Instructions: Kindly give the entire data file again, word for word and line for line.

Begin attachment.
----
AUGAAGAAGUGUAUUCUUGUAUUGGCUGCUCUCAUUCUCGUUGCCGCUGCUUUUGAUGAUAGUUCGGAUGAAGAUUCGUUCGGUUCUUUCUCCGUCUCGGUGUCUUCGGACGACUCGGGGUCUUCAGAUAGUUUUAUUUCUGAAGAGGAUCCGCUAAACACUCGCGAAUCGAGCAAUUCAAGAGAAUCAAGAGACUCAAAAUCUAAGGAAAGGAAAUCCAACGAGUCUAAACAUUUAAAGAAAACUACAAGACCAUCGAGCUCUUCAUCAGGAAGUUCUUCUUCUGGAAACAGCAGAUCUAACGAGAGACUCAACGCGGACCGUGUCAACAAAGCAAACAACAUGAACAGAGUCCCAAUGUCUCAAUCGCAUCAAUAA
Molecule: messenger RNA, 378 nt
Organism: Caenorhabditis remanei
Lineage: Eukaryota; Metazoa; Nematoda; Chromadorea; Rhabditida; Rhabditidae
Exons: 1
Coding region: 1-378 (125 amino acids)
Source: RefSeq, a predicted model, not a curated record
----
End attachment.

AUGAAGAAGUGUAUUCUUGUAUUGGCUGCUCUCAUUCUCGUUGCCGCUGCUUUUGAUGAUAGUUCGGAUGAAGAUUCGUUCGGUUCUUUCUCCGUCUCGGUGUCUUCGGACGACUCGGGGUCUUCAGAUAGUUUUAUUUCUGAAGAGGAUCCGCUAAACACUCGCGAAUCGAGCAAUUCAAGAGAAUCAAGAGACUCAAAAUCUAAGGAAAGGAAAUCCAACGAGUCUAAACAUUUAAAGAAAACUACAAGACCAUCGAGCUCUUCAUCAGGAAGUUCUUCUUCUGGAAACAGCAGAUCUAACGAGAGACUCAACGCGGACCGUGUCAACAAAGCAAACAACAUGAACAGAGUCCCAAUGUCUCAAUCGCAUCAAUAA
Molecule: messenger RNA, 378 nt
Organism: Caenorhabditis remanei
Lineage: Eukaryota; Metazoa; Nematoda; Chromadorea; Rhabditida; Rhabditidae
Exons: 1
Coding region: 1-378 (125 amino acids)
Source: RefSeq, a predicted model, not a curated record